Anecdote (July 2017): “Think hard about what you would like from your new coach and what you are prepared to give him,” I told Jackson (15). He’d requested a meeting with Darien’s head coach, a lacrosse legend. “Imagine two young people walk into my office,” I continued. “Person A says: I’d like you to help me build a great career. I’m really ambitious. Please help me.” Jackson nodded. “Person B says: It’s such a privilege to have this opportunity. I’m killing myself to help the team, but I’m sure I could be more effective. Would you please pull me aside periodically and point out how I can get better.” He nodded. “Which would you like to be?” And Jackson said, Person B, obviously, but what does that have to do with meeting my coach? “Everything.” So we discussed the one natural law that defies physics: If you give more than you get, you get more than you give. Despite ubiquitous evidence of this law’s existence, there’s nothing intuitive about it. Which, perhaps, is why it took decades to discover it myself. And now I’ll give anything to help my kids learn it earlier. Anyhow, Jackson talked me through what he’d say to his coach; his appreciation, commitment, determination, gratitude. We sat in the shade, a hot summer day. Coach arrived, mapped out Jackson’s next three years. Explained how he develops athletes, as players, leaders, students, young men. And Jackson simply said, ‘Thank you.’ We headed home. “What happened? Was that a joke? You were Person A,” I said, stunned, aggravated at the absurdity of what had happened, the thankless effort of it all sometimes. “I know Dad, I just kind of choked.” Which naturally led to a new conversation, as we wandered home, father/son, along our inextricably interwoven path. A reward unto itself.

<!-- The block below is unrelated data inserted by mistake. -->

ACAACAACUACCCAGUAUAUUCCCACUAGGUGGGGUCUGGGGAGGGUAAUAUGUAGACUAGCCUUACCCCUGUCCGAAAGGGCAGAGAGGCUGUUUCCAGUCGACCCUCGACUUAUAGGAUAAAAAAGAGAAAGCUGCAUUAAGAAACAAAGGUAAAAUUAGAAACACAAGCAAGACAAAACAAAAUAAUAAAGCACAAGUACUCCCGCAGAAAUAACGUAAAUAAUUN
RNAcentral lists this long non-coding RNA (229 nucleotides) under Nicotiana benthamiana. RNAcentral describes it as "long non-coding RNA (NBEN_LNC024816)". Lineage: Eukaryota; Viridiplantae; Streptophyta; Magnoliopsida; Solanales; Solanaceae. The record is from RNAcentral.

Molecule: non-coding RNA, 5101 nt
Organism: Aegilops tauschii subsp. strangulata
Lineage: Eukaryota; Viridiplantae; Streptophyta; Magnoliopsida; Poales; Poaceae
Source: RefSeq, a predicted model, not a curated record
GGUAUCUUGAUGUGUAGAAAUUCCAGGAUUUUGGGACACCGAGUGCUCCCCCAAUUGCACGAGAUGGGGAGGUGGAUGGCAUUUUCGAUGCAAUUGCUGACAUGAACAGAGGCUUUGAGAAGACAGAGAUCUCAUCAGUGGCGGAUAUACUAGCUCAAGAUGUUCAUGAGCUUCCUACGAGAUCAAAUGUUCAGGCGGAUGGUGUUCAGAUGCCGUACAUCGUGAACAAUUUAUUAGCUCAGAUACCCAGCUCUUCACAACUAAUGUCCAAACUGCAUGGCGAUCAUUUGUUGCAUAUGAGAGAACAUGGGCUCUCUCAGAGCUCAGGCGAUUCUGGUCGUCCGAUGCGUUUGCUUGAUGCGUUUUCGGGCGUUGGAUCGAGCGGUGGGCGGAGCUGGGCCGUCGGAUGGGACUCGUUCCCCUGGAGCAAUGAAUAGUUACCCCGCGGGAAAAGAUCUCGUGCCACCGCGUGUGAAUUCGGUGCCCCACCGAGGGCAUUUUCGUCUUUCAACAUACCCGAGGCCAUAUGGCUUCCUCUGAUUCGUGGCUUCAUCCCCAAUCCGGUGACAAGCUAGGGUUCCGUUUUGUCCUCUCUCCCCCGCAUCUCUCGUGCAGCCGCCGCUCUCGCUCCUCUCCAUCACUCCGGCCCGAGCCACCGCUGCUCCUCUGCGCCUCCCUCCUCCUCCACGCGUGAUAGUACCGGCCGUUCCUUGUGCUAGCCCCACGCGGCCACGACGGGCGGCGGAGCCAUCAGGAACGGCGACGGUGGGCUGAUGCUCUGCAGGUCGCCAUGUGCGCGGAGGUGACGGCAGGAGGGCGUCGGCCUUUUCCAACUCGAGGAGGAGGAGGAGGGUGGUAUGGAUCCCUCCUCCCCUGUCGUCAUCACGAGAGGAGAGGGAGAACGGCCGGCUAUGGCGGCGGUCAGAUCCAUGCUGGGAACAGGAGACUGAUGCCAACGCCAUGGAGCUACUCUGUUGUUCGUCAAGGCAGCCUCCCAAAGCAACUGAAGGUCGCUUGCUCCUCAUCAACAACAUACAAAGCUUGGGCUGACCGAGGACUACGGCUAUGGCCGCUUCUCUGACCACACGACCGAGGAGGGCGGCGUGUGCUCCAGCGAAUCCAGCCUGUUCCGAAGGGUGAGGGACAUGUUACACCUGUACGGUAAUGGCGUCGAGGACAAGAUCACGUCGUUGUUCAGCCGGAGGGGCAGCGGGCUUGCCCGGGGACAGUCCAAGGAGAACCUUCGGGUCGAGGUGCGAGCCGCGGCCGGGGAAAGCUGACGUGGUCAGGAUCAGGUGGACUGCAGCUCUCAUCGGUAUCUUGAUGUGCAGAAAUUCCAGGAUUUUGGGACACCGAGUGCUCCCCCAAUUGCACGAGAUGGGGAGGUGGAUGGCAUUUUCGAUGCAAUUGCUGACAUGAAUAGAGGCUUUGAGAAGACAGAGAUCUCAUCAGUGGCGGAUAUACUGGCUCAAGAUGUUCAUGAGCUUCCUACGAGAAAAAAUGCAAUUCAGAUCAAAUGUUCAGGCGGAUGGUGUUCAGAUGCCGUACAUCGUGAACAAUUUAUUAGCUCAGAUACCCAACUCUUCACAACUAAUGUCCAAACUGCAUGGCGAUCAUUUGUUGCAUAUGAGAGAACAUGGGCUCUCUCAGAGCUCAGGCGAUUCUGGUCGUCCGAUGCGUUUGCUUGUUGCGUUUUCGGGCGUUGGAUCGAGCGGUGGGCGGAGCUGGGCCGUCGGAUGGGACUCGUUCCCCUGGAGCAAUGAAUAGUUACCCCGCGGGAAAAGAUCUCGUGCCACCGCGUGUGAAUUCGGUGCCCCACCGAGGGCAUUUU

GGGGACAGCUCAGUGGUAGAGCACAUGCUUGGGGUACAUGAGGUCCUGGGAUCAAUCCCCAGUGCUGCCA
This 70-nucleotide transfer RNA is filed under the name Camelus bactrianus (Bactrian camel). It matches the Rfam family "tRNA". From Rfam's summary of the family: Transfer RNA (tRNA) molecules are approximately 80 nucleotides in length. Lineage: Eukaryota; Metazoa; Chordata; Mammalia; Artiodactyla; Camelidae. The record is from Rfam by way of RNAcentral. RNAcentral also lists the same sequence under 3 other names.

Good luck out there,

Eric Peters

Chief Investment Officer

One River Asset Management

 

 

 

Disclaimer: All characters and events contained herein are entirely fictional. Even those things that appear based on real people and actual events are products of the author’s imagination. Any similarity is merely coincidental. The numbers are unreliable. The statistics too. Consequently, this message does not contain any investment recommendation, advice, or solicitation of any sort for any product, fund or service. The views expressed are strictly those of the author, even if often times they are not actually views held by the author, or directly contradict those views genuinely held by the author. And the views may certainly differ from those of any firm or person that the author may advise, converse with, or otherwise be associated with. Lastly, any inappropriate language, innuendo or dark humor contained herein is not specifically intended to offend the reader. And besides, nothing could possibly be more offensive than the real-life actions of the inept policy makers, corrupt elected leaders and short, paranoid dictators who infest our little planet. Yet we suffer their indignities every day. Oh yeah, past performance is not indicative of future returns.